Services, TIC
i ug. 25, 1969 Paris Laundry Co, a corporation.....
Sept. 23, 1969 R. B. Wright Co. Inc, and R. B. Wrigh
Nov. 7, 1969 Ponca Laundry and Linen, Inc...
Dec. 3, 1969 Phoenix Respirator & Ambulance Service, Inc. and

Billy R. Haines.

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SERVICE CONTRACT ACT VIOLATIONS REPORTED TO THE GENERAL ACCOUNTING OFFICE BY THE DEPARTMENT

OF LABOR FROM THE EFFECTIVE DATE OF THE ACT TO APR. 1, 1971-Contioued

Date of letter

Secretary of Labor

Amount of Recominendation of

under the Secretary of payments Labor

Number of
violations :

Names of persons and/or firms listed as respondents

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Feb. 9.1970 Floridian Uniform Rental...
DO---Guild Services, Inc., Tom Welsh, George Nes, Jr.

and William H. Welsh, doing business as Guild

Laundry & Dry Cleaning,
Feb. 10, 1970 Robert E Douglas, individually and doing business

as Smith & Douglas Janitor Service.
Feb. 13. 1979 Webster Contractors, Inc....
Mar. 9. 1970 KP. Food Service, Inc.....

Doc. Belco Corp .
Mar. 23, 1970 Kenneth b. Holman, doing business as Model Dry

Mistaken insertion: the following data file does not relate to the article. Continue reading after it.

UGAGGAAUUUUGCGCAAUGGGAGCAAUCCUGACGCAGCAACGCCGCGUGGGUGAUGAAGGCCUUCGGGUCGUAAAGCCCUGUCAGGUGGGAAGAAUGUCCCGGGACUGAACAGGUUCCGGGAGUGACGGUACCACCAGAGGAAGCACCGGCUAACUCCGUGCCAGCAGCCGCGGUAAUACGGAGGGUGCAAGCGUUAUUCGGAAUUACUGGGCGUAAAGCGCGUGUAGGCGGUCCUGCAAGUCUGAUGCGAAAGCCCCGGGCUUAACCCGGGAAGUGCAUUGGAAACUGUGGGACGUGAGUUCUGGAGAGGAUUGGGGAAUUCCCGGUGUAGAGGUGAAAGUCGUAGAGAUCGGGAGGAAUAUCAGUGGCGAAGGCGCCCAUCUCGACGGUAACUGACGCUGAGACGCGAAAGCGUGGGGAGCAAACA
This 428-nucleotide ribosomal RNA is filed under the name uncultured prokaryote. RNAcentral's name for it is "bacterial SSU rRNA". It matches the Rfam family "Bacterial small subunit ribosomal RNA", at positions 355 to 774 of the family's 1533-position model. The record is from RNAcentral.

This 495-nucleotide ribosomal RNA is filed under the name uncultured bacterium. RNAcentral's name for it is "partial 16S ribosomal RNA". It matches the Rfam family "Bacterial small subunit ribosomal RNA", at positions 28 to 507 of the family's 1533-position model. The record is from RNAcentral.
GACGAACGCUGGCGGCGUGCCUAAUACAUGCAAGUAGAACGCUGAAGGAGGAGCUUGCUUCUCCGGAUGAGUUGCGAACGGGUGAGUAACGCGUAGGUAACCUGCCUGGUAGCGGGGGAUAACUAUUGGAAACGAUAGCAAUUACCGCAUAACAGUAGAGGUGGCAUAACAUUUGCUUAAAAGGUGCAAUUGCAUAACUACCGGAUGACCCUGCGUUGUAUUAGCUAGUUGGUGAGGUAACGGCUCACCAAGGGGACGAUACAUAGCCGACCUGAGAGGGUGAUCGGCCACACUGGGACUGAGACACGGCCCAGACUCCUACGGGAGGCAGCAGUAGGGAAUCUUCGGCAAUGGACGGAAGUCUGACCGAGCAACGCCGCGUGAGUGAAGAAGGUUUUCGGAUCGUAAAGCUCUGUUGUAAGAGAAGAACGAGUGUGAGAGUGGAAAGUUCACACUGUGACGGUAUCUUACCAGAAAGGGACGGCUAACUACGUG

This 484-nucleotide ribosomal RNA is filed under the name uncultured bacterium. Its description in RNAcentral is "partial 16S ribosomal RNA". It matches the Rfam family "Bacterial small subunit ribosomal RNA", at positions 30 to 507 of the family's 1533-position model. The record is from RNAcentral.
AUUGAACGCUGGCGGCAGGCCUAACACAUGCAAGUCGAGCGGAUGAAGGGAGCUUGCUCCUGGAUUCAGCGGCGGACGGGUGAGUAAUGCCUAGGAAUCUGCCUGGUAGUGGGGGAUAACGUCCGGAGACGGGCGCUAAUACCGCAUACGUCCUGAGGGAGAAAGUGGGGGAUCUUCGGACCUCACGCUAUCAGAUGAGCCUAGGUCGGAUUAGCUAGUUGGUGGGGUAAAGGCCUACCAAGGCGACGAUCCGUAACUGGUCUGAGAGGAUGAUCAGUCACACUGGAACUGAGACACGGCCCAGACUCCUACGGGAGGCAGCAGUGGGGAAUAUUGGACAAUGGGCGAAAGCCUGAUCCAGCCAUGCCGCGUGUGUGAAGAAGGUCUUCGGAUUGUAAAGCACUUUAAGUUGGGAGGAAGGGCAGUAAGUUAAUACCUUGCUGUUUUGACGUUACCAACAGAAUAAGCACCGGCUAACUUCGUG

Cleaners.
Mar. 27, 1970 ESS Cleaners, Inc., trading as Jet Cleaners.........

Alfred L. Morgan, individually and doing business as

Morgan Janitorial Service.
May 4. 1970 Baron Maintenance Services, Inc...

DO...... Advanced Data Center, Inc., and Hugh O. Barndollar..

Do. - Ajay Maintenance Co......
May 7, 1970 Valley Custodial Service, Inc., and Edwin Fritz...
June 18, 1970 Whitney Rosenwald Nelson, individually and doing

business as Nelson Development Co.
June 19. 1970 Town House Motor Hotel, Inc...
June 23, 1970 Emile J. Bouchet and Post Cleaners, Inc., doing

business as Bay Area Cleaners.
July 7, 1970 Gertrude Mansfield, doing business as Mansfield

Motel.
DO. .. Ralph M. Phillips, doing business as Phillips Cleaners...
July 1

Litsinger Motor Co., a corporation...
Do

Klate Holt, doing business as Klate H July 17, 1970 Harland H. Selmer ......

Do. Cadillac Overall Supply Co......

Do. Metropolitan Security Service, Inc..
Aug. 5, 1970 Post Patrol Agency and Sam W. Post..
Aug. 7, 1970 Robert L. Jones, doing business as Arkansas Am-